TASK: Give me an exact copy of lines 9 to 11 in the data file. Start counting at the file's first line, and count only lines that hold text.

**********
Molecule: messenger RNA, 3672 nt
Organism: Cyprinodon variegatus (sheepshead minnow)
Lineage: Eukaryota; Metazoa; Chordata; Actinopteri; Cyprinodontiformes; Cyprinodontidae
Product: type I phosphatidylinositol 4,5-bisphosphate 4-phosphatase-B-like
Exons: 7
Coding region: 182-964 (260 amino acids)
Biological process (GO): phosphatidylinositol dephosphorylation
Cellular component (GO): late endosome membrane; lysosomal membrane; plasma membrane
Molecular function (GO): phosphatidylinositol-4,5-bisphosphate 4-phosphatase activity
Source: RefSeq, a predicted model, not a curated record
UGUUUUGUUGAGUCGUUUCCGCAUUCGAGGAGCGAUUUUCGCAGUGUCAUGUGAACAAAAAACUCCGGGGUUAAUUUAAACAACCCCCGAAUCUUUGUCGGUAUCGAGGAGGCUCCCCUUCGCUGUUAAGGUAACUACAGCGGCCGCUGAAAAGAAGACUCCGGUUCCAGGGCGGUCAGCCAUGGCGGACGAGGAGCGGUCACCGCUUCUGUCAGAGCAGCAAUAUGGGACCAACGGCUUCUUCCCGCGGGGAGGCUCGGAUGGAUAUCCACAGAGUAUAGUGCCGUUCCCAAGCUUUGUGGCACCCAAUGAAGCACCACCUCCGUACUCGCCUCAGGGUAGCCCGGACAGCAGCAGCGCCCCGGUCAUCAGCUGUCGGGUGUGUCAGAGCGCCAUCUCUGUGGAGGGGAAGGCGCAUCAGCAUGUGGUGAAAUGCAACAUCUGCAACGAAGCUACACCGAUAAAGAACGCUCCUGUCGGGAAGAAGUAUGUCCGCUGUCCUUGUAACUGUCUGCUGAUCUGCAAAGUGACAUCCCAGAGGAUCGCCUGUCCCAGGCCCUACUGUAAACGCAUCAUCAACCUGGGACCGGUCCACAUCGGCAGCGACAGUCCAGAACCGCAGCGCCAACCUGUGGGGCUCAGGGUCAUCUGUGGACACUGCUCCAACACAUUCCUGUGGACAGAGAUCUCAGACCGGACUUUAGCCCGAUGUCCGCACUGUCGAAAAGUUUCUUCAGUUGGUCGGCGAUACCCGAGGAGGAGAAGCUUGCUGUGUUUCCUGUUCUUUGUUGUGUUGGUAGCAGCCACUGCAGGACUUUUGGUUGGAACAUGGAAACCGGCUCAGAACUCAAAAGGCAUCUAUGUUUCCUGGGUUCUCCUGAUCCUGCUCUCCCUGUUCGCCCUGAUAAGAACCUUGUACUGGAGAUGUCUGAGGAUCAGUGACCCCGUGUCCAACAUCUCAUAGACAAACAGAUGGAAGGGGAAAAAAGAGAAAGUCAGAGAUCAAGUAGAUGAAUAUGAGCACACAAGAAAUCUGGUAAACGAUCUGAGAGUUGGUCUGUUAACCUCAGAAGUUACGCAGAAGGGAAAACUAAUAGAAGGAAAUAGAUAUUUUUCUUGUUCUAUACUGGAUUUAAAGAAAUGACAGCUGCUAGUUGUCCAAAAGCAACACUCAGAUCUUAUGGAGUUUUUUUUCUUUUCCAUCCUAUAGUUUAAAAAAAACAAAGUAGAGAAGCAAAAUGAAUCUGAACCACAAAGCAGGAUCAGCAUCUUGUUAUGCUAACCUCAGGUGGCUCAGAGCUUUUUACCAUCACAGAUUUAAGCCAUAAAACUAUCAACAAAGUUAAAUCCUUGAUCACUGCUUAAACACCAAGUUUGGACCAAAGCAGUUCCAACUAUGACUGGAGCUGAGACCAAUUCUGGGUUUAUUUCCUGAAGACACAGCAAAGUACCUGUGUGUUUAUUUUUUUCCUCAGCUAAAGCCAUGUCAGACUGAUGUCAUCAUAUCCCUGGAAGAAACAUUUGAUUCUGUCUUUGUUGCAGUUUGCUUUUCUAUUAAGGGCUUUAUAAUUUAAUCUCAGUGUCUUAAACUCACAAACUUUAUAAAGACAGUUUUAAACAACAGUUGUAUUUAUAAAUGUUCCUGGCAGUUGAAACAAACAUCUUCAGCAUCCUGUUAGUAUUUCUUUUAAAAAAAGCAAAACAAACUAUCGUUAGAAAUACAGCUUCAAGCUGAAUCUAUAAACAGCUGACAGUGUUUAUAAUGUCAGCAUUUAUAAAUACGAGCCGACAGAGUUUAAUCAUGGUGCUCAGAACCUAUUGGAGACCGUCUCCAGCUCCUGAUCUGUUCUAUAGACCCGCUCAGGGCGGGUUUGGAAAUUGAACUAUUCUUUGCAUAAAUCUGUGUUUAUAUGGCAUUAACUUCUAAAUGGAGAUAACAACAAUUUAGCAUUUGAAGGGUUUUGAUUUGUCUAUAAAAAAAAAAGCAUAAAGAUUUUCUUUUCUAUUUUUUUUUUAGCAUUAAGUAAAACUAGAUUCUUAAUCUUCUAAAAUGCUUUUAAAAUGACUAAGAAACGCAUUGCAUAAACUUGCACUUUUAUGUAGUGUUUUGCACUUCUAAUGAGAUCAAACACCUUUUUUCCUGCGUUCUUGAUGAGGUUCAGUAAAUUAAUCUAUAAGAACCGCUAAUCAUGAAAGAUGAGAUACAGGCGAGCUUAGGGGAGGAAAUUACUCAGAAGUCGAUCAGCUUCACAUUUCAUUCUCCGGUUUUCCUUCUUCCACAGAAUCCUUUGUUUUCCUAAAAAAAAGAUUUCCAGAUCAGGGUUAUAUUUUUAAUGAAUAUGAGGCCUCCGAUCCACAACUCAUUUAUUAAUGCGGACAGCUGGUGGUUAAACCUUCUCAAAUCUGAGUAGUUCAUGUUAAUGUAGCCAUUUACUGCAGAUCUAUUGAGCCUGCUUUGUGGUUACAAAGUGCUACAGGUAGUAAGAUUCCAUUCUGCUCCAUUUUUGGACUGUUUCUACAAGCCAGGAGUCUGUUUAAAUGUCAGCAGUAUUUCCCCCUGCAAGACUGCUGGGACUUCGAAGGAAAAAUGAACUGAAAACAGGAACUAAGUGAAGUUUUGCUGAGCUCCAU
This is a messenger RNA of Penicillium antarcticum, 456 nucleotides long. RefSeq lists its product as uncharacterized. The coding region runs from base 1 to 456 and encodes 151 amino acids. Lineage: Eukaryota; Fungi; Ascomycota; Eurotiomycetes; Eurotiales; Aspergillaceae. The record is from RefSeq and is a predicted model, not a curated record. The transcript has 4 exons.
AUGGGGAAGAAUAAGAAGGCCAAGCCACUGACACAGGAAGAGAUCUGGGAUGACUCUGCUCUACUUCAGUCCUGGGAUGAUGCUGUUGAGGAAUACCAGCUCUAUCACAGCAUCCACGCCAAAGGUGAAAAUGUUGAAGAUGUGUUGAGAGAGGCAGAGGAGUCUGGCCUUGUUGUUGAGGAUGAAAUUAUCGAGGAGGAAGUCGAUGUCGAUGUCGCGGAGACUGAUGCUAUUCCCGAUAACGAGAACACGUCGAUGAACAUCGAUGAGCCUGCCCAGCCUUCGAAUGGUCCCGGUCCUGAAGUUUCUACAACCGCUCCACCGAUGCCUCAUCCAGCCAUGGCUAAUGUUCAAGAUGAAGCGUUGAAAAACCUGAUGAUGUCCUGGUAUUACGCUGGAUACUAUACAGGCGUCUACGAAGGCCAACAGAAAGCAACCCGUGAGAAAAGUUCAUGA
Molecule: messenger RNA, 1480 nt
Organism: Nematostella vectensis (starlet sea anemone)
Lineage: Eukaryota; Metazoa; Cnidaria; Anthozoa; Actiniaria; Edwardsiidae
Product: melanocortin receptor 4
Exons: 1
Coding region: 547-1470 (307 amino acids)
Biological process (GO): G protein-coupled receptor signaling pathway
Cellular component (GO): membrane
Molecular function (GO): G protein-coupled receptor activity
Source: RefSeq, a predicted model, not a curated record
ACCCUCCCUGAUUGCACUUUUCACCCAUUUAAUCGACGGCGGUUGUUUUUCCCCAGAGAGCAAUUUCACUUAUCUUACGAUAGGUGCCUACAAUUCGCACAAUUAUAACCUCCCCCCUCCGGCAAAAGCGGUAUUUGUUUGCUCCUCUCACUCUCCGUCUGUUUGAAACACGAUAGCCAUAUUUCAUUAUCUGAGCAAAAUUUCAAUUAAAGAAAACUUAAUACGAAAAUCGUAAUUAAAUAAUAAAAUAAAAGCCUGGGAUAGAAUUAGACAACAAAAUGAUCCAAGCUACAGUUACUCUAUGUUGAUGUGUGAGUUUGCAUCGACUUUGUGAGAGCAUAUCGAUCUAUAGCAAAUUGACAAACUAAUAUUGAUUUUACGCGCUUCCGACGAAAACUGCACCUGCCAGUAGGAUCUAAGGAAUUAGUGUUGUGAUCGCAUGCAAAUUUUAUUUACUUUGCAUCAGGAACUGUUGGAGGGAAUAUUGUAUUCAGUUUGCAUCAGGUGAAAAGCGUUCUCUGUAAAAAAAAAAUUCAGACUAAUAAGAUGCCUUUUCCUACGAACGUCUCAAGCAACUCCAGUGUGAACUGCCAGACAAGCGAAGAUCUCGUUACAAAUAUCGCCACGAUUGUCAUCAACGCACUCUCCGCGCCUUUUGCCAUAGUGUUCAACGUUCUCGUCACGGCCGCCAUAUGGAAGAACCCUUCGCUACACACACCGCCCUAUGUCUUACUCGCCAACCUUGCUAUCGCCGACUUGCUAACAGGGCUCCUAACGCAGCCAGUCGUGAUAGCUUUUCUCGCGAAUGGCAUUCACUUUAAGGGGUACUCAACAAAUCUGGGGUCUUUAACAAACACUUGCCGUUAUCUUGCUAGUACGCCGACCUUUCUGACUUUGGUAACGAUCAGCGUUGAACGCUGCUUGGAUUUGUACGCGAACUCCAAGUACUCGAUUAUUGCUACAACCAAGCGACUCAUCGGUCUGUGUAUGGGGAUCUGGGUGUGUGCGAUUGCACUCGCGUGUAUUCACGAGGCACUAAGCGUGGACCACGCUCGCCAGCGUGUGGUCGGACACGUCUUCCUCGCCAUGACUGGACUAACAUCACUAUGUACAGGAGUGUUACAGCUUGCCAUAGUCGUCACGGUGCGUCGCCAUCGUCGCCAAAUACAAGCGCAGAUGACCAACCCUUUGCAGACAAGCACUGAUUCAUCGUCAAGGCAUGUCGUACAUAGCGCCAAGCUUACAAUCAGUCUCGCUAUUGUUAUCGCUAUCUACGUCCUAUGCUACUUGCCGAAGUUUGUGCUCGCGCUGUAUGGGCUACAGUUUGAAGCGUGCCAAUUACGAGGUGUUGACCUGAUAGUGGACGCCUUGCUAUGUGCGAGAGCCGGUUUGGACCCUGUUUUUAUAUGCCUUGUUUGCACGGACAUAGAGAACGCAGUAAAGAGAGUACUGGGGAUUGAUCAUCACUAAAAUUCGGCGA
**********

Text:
Molecular function (GO): phosphatidylinositol-4,5-bisphosphate 4-phosphatase activity
Source: RefSeq, a predicted model, not a curated record
UGUUUUGUUGAGUCGUUUCCGCAUUCGAGGAGCGAUUUUCGCAGUGUCAUGUGAACAAAAAACUCCGGGGUUAAUUUAAACAACCCCCGAAUCUUUGUCGGUAUCGAGGAGGCUCCCCUUCGCUGUUAAGGUAACUACAGCGGCCGCUGAAAAGAAGACUCCGGUUCCAGGGCGGUCAGCCAUGGCGGACGAGGAGCGGUCACCGCUUCUGUCAGAGCAGCAAUAUGGGACCAACGGCUUCUUCCCGCGGGGAGGCUCGGAUGGAUAUCCACAGAGUAUAGUGCCGUUCCCAAGCUUUGUGGCACCCAAUGAAGCACCACCUCCGUACUCGCCUCAGGGUAGCCCGGACAGCAGCAGCGCCCCGGUCAUCAGCUGUCGGGUGUGUCAGAGCGCCAUCUCUGUGGAGGGGAAGGCGCAUCAGCAUGUGGUGAAAUGCAACAUCUGCAACGAAGCUACACCGAUAAAGAACGCUCCUGUCGGGAAGAAGUAUGUCCGCUGUCCUUGUAACUGUCUGCUGAUCUGCAAAGUGACAUCCCAGAGGAUCGCCUGUCCCAGGCCCUACUGUAAACGCAUCAUCAACCUGGGACCGGUCCACAUCGGCAGCGACAGUCCAGAACCGCAGCGCCAACCUGUGGGGCUCAGGGUCAUCUGUGGACACUGCUCCAACACAUUCCUGUGGACAGAGAUCUCAGACCGGACUUUAGCCCGAUGUCCGCACUGUCGAAAAGUUUCUUCAGUUGGUCGGCGAUACCCGAGGAGGAGAAGCUUGCUGUGUUUCCUGUUCUUUGUUGUGUUGGUAGCAGCCACUGCAGGACUUUUGGUUGGAACAUGGAAACCGGCUCAGAACUCAAAAGGCAUCUAUGUUUCCUGGGUUCUCCUGAUCCUGCUCUCCCUGUUCGCCCUGAUAAGAACCUUGUACUGGAGAUGUCUGAGGAUCAGUGACCCCGUGUCCAACAUCUCAUAGACAAACAGAUGGAAGGGGAAAAAAGAGAAAGUCAGAGAUCAAGUAGAUGAAUAUGAGCACACAAGAAAUCUGGUAAACGAUCUGAGAGUUGGUCUGUUAACCUCAGAAGUUACGCAGAAGGGAAAACUAAUAGAAGGAAAUAGAUAUUUUUCUUGUUCUAUACUGGAUUUAAAGAAAUGACAGCUGCUAGUUGUCCAAAAGCAACACUCAGAUCUUAUGGAGUUUUUUUUCUUUUCCAUCCUAUAGUUUAAAAAAAACAAAGUAGAGAAGCAAAAUGAAUCUGAACCACAAAGCAGGAUCAGCAUCUUGUUAUGCUAACCUCAGGUGGCUCAGAGCUUUUUACCAUCACAGAUUUAAGCCAUAAAACUAUCAACAAAGUUAAAUCCUUGAUCACUGCUUAAACACCAAGUUUGGACCAAAGCAGUUCCAACUAUGACUGGAGCUGAGACCAAUUCUGGGUUUAUUUCCUGAAGACACAGCAAAGUACCUGUGUGUUUAUUUUUUUCCUCAGCUAAAGCCAUGUCAGACUGAUGUCAUCAUAUCCCUGGAAGAAACAUUUGAUUCUGUCUUUGUUGCAGUUUGCUUUUCUAUUAAGGGCUUUAUAAUUUAAUCUCAGUGUCUUAAACUCACAAACUUUAUAAAGACAGUUUUAAACAACAGUUGUAUUUAUAAAUGUUCCUGGCAGUUGAAACAAACAUCUUCAGCAUCCUGUUAGUAUUUCUUUUAAAAAAAGCAAAACAAACUAUCGUUAGAAAUACAGCUUCAAGCUGAAUCUAUAAACAGCUGACAGUGUUUAUAAUGUCAGCAUUUAUAAAUACGAGCCGACAGAGUUUAAUCAUGGUGCUCAGAACCUAUUGGAGACCGUCUCCAGCUCCUGAUCUGUUCUAUAGACCCGCUCAGGGCGGGUUUGGAAAUUGAACUAUUCUUUGCAUAAAUCUGUGUUUAUAUGGCAUUAACUUCUAAAUGGAGAUAACAACAAUUUAGCAUUUGAAGGGUUUUGAUUUGUCUAUAAAAAAAAAAGCAUAAAGAUUUUCUUUUCUAUUUUUUUUUUAGCAUUAAGUAAAACUAGAUUCUUAAUCUUCUAAAAUGCUUUUAAAAUGACUAAGAAACGCAUUGCAUAAACUUGCACUUUUAUGUAGUGUUUUGCACUUCUAAUGAGAUCAAACACCUUUUUUCCUGCGUUCUUGAUGAGGUUCAGUAAAUUAAUCUAUAAGAACCGCUAAUCAUGAAAGAUGAGAUACAGGCGAGCUUAGGGGAGGAAAUUACUCAGAAGUCGAUCAGCUUCACAUUUCAUUCUCCGGUUUUCCUUCUUCCACAGAAUCCUUUGUUUUCCUAAAAAAAAGAUUUCCAGAUCAGGGUUAUAUUUUUAAUGAAUAUGAGGCCUCCGAUCCACAACUCAUUUAUUAAUGCGGACAGCUGGUGGUUAAACCUUCUCAAAUCUGAGUAGUUCAUGUUAAUGUAGCCAUUUACUGCAGAUCUAUUGAGCCUGCUUUGUGGUUACAAAGUGCUACAGGUAGUAAGAUUCCAUUCUGCUCCAUUUUUGGACUGUUUCUACAAGCCAGGAGUCUGUUUAAAUGUCAGCAGUAUUUCCCCCUGCAAGACUGCUGGGACUUCGAAGGAAAAAUGAACUGAAAACAGGAACUAAGUGAAGUUUUGCUGAGCUCCAU